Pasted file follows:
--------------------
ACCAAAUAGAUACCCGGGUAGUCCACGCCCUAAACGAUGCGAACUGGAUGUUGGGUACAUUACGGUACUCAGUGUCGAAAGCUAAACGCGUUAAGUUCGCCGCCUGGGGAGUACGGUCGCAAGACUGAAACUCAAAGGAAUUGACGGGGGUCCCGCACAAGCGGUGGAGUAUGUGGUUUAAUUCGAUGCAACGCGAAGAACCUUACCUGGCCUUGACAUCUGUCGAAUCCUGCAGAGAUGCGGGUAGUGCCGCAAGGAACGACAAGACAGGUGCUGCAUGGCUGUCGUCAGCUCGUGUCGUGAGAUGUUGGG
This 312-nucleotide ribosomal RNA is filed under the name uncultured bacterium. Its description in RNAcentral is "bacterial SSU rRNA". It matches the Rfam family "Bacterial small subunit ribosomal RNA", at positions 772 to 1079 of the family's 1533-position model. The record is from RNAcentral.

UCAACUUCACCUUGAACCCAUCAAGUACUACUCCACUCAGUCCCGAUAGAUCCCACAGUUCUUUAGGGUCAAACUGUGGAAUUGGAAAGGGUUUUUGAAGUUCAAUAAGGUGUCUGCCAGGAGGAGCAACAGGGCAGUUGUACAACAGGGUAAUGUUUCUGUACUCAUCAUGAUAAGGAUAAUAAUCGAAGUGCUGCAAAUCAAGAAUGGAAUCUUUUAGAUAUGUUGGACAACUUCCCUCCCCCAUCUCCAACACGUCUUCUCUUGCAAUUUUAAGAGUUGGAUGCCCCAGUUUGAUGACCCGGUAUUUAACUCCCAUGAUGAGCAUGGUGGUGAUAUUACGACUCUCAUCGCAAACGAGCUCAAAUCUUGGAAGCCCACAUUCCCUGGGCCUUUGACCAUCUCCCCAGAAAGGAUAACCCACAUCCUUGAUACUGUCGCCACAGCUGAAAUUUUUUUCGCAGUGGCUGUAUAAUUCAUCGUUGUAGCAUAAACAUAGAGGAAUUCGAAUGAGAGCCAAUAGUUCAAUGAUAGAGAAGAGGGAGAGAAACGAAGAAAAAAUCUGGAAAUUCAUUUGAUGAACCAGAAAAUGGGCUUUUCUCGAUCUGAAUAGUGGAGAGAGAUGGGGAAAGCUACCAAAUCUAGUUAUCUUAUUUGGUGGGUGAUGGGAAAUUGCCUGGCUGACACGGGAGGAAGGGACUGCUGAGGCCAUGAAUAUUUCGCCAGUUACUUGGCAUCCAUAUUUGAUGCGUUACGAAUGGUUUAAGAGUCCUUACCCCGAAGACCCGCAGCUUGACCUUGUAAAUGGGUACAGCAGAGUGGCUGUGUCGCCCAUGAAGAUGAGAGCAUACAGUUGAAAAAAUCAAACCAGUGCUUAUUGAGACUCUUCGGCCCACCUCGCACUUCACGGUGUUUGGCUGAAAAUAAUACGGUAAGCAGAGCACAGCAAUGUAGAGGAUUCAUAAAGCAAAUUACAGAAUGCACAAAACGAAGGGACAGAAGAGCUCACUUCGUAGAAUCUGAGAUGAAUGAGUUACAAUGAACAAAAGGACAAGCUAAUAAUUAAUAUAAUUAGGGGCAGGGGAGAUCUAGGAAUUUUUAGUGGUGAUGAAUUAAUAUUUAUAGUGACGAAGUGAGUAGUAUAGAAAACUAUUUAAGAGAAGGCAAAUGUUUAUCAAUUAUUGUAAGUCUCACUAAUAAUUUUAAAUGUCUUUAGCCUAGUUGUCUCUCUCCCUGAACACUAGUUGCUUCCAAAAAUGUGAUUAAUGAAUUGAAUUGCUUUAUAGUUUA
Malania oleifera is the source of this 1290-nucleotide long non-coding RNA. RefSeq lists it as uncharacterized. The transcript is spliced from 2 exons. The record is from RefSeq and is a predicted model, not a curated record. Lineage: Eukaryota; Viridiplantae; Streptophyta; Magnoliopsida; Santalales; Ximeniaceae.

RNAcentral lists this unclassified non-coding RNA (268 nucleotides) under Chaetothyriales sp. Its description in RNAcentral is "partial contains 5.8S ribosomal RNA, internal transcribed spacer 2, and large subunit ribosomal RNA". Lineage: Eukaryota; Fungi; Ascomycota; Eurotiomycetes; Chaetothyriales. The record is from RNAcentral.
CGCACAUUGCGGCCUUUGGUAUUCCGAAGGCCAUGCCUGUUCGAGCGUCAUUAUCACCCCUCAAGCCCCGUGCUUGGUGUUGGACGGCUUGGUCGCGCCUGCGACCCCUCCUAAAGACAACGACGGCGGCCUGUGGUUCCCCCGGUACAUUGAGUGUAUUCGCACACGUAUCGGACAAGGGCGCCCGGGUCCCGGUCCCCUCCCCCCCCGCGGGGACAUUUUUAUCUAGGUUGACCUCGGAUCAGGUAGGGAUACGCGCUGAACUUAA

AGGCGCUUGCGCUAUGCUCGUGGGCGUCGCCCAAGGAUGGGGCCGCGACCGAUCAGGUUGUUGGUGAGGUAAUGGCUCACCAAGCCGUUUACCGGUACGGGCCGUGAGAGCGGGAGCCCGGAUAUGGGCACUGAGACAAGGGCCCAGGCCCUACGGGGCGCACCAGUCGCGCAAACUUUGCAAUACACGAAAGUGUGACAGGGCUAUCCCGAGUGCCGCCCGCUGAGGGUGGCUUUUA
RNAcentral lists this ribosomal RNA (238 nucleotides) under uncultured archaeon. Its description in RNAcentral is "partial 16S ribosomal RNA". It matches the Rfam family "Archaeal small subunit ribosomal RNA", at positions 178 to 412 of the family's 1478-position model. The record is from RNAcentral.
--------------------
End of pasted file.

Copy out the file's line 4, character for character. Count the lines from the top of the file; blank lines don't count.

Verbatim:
Malania oleifera is the source of this 1290-nucleotide long non-coding RNA. RefSeq lists it as uncharacterized. The transcript is spliced from 2 exons. The record is from RefSeq and is a predicted model, not a curated record. Lineage: Eukaryota; Viridiplantae; Streptophyta; Magnoliopsida; Santalales; Ximeniaceae.